The inevitable follow-up question: “So, are you single”?
Women are left with three basic answers when strangers ask about our relationship status, each of which may be true or untrue, and each presenting its own set of subsequent problems. The first, “Yes, I’m single,” would have essentially painted a target on my back. To these men, I would be signaling that the light is green, that I am readily available for propositioning. The second, “No, I have a boyfriend,” may or may not have gotten them to leave me alone. If it did work, it would be because I “belonged” to someone else, not because I simply wasn’t interested.
Thinking of my college roommate who lives not far from where I was vacationing and is also a queer woman, I went with the third option. “No, I have a girlfriend.”
This was new territory for me, having had futile experiences with the other two responses in the past. The Jimmy Buffetts invited me aboard their boat, which was docked a few yards away from the bar’s back patio. Far from sending the message that I wasn’t interested in their advances, my mention of a girlfriend only encouraged invasive questions and comments. Among them: “How do you know you like women?” “Is your girlfriend hot?” “Maybe you could invite her out here and we could all grab a hotel,” and my personal favorite, “You’re too pretty to be with a woman.”
Sure that the conversation wouldn’t extend beyond that topic and related inquiries into “how lesbian sex works” that I was not even slightly inclined to address, I said goodbye and went back to my hotel room—alone. It was an experiment that went awry, but what if I had actually been in a relationship with a woman at the time and was answering truthfully? My honesty was irrelevant in a bar where a woman’s sexuality is a locked door for strangers to burst through.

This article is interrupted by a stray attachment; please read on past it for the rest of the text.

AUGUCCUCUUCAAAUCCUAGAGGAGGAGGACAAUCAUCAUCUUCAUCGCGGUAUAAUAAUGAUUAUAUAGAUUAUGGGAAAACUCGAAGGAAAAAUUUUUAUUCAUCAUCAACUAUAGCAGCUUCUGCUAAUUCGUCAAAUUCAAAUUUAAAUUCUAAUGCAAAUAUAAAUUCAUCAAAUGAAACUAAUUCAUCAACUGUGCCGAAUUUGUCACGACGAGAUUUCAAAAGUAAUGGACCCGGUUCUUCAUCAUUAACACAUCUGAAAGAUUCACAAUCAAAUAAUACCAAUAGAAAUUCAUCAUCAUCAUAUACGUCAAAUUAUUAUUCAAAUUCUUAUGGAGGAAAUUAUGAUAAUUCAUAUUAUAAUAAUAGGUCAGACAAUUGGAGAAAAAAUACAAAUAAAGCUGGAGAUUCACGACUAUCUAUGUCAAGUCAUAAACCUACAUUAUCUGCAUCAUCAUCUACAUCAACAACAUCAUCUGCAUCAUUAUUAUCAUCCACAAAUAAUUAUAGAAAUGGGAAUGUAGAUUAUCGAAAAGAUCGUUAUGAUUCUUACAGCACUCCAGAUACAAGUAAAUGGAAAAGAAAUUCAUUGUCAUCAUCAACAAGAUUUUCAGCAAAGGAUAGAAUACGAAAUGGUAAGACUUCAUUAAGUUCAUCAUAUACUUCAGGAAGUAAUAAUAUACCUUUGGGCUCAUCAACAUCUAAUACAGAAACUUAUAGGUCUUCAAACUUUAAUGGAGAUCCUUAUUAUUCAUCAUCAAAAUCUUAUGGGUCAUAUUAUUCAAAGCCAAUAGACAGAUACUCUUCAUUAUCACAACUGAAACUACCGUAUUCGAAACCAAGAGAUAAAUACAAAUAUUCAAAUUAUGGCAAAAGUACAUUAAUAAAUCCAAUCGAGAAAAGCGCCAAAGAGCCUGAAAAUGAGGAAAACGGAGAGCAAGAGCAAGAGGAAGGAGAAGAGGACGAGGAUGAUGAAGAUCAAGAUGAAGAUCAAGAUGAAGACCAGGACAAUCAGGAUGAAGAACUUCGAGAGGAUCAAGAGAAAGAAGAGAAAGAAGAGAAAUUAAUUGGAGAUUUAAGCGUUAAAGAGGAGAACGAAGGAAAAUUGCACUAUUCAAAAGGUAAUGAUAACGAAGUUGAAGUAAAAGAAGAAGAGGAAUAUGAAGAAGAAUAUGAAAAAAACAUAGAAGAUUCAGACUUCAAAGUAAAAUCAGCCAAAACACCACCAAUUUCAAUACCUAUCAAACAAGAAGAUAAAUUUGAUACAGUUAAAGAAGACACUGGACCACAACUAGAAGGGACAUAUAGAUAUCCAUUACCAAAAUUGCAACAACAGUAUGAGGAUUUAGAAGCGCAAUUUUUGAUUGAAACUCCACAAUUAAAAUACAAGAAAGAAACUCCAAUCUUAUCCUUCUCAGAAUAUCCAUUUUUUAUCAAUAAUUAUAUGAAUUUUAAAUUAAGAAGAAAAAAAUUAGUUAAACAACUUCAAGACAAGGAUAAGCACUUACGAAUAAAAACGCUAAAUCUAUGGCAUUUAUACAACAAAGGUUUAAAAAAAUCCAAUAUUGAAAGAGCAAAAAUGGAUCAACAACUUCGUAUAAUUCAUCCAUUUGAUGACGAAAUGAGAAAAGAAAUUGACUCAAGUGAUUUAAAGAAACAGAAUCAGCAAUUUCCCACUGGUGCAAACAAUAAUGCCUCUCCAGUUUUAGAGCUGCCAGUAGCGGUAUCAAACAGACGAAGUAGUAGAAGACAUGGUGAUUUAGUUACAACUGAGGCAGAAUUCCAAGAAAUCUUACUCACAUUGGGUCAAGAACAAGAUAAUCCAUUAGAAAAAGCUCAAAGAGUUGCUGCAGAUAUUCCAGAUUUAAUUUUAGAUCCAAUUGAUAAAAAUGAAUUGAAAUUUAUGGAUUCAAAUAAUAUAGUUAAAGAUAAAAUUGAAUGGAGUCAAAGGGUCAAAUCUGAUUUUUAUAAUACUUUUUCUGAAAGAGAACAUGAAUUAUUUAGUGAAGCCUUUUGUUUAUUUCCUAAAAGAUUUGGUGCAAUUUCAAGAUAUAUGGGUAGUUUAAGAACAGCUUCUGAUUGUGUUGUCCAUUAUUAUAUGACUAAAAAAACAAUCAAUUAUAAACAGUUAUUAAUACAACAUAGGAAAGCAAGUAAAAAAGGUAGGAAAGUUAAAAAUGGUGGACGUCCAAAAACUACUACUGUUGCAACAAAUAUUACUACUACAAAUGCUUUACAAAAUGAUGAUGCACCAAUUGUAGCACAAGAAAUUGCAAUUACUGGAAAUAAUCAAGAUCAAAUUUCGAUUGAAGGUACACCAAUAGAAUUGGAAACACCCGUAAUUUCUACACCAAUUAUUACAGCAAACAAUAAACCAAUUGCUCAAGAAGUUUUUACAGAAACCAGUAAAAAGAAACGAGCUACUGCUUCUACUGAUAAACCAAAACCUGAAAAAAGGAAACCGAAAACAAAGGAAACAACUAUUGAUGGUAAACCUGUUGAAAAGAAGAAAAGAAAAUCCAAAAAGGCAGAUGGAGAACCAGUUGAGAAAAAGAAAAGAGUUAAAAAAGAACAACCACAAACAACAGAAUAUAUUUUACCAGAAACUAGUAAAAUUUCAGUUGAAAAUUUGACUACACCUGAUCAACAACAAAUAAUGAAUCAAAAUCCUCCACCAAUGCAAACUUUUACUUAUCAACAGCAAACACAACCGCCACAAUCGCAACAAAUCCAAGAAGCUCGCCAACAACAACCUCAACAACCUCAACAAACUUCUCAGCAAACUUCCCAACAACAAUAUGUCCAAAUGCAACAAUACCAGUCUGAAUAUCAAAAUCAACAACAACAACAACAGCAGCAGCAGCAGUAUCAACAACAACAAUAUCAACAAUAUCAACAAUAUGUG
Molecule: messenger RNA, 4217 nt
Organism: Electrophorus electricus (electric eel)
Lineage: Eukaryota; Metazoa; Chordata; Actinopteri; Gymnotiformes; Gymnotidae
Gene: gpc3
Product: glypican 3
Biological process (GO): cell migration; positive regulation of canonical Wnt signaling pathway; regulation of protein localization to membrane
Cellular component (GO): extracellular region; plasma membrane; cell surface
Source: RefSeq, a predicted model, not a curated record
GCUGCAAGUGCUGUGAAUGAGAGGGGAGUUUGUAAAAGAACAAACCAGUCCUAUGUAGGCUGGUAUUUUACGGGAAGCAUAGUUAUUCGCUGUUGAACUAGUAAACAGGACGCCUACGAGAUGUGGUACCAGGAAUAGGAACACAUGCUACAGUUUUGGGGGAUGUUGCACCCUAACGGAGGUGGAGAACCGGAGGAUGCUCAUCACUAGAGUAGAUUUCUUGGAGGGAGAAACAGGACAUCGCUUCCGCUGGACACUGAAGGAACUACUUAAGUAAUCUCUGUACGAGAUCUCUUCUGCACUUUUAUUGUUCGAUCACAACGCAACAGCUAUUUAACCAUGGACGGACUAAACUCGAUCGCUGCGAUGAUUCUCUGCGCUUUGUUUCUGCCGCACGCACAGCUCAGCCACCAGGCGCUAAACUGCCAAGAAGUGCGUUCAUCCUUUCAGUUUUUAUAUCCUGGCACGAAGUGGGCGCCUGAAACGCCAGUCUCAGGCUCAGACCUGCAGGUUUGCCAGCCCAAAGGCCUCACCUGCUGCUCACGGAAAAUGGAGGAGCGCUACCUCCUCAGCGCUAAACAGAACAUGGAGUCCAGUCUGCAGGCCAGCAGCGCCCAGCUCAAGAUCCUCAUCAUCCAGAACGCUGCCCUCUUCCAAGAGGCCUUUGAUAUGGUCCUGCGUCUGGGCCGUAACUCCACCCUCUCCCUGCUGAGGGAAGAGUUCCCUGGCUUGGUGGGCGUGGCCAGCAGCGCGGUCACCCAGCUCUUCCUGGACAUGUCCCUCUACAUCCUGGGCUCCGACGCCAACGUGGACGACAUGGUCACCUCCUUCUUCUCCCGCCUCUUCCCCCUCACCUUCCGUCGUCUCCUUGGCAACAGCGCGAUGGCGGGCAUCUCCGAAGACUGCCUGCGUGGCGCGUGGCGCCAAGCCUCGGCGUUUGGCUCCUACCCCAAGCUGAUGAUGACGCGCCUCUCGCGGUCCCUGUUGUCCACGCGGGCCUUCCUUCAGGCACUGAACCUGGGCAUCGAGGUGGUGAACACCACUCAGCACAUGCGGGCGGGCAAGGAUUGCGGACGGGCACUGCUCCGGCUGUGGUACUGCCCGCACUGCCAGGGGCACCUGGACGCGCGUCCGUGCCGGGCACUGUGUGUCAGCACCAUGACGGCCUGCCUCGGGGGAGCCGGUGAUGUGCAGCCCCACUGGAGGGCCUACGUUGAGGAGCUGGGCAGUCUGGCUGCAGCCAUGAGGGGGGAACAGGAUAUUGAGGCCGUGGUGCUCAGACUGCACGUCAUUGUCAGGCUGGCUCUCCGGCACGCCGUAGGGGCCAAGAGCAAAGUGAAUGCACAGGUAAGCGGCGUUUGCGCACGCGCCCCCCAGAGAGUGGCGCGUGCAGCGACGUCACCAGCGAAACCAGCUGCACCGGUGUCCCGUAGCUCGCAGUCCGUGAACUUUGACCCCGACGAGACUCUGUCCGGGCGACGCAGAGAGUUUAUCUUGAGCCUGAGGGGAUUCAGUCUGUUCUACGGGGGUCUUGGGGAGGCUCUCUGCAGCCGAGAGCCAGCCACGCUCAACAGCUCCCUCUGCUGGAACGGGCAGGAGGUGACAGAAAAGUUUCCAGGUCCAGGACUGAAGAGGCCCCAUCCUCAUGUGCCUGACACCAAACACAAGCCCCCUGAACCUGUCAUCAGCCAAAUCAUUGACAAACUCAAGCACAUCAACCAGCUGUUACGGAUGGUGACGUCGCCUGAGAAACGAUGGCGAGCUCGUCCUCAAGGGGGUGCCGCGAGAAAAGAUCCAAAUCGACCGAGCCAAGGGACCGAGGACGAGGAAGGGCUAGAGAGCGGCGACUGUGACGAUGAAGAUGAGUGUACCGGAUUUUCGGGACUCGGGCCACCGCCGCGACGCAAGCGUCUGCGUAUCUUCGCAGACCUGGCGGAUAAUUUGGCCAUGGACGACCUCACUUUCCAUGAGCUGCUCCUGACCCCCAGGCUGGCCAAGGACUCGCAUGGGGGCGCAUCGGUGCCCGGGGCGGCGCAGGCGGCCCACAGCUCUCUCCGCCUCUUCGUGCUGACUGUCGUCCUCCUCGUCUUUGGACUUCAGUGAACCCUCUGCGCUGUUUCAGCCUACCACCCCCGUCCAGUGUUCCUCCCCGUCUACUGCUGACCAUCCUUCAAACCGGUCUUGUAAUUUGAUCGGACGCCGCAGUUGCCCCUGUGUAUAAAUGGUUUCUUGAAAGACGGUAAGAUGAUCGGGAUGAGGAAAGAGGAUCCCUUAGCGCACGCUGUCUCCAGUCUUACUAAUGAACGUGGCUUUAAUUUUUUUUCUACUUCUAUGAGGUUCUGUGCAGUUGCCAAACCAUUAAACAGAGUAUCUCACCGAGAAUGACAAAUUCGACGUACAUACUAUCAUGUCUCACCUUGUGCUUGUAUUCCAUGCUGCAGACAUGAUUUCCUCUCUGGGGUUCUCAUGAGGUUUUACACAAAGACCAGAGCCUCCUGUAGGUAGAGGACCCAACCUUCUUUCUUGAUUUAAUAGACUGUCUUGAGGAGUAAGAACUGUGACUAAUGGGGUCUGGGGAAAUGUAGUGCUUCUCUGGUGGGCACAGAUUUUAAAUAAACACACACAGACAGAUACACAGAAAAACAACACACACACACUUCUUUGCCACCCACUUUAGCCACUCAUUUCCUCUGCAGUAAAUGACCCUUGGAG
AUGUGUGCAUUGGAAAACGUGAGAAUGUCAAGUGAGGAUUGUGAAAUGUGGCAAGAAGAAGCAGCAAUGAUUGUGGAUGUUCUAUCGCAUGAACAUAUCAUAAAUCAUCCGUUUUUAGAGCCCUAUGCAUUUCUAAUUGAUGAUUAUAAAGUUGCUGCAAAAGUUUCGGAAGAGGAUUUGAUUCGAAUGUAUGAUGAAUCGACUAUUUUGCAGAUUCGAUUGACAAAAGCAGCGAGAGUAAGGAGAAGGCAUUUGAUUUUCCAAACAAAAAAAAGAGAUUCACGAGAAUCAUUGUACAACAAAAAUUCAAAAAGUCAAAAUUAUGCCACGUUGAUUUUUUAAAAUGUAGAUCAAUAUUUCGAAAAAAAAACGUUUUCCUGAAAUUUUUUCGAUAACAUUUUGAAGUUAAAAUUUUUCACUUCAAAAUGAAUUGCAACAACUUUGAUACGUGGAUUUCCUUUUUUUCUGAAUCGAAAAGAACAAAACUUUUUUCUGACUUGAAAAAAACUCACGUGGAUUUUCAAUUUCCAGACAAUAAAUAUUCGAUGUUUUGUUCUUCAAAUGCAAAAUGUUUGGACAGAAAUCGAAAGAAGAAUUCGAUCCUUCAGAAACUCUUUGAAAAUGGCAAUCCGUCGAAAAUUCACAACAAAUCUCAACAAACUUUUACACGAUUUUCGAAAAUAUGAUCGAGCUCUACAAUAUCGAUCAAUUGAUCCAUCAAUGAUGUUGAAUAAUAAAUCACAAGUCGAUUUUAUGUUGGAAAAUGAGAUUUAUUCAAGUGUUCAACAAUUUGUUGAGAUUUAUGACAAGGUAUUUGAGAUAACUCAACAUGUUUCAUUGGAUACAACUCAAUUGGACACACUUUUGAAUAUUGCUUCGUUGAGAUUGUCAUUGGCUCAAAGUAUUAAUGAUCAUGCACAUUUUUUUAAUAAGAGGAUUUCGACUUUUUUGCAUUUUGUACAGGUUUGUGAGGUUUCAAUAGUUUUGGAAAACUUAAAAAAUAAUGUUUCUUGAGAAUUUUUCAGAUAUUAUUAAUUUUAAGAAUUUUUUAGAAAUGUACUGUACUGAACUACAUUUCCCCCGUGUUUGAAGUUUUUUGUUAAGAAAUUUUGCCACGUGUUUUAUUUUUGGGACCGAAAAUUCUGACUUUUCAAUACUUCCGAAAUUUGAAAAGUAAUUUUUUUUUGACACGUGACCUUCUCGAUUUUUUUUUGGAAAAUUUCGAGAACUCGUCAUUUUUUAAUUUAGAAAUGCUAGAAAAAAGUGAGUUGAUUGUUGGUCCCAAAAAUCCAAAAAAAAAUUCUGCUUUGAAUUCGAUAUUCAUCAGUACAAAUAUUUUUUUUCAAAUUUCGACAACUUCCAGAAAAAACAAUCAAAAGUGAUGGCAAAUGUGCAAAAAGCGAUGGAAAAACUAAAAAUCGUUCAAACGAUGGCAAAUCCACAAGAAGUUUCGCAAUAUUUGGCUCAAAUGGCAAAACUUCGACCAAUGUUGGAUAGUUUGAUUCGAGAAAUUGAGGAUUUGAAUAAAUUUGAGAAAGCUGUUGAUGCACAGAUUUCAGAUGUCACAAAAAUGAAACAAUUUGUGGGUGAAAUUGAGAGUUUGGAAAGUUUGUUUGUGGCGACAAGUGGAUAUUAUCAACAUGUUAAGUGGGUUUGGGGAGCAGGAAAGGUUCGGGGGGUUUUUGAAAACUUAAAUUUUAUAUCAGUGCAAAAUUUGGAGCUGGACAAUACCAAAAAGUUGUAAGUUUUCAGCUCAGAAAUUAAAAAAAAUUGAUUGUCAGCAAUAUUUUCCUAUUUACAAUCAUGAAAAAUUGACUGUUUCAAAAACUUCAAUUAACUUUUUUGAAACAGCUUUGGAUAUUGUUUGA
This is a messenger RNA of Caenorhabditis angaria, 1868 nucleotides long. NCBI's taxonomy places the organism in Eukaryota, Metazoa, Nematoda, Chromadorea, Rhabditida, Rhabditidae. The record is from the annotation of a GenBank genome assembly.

When girlfriends of mine share their stories of unwanted attention or outright harassment, they frequently conclude with comments like, “Do they think that badgering me or yelling things at me actually works? Like I’m going to drop everything, wrap my arms around them, and declare, ‘I’d love to go out with you! You’re exactly what I’ve been waiting for!’” And I think it’s important to understand that genuine interest is overwhelmingly not the motivator for pervasive, unwelcome behavior. Catcalls, sexual remarks, and inappropriate questioning are tactics to intimidate, to mark territory the way dogs piss on fire hydrants. To send a message that no matter how comfortable you may be with yourself, there’s a power that can be harnessed to make you feel like less.
The solution is not for women to stop frequenting public areas. It requires a shift in the antiquated belief that women in traditionally male places should expect to feel threatened, especially if certain conditions are present: she’s alone, she’s from out of town, she’s dressed “a certain way.” It asks men to reject an entitlement to the intimate lives of strangers. It invites men to call out invasive behavior when they see it among one another, which, writes Jamie Utt, “has the intended effect of removing the social approval that allows men to act in this way.”
The solution challenges women to stop apologizing for existing, in public or in private, because we don’t have to, not ever.
Chelsea Cristene is a communications associate and English professor based in Washington, DC. She has been published by the Good Men Project, Salon, xoJane, and MamaMia, and runs a film review blog, Catch Up, with fellow Role Reboot contributor Telaina Eriksen. Find her on Twitter.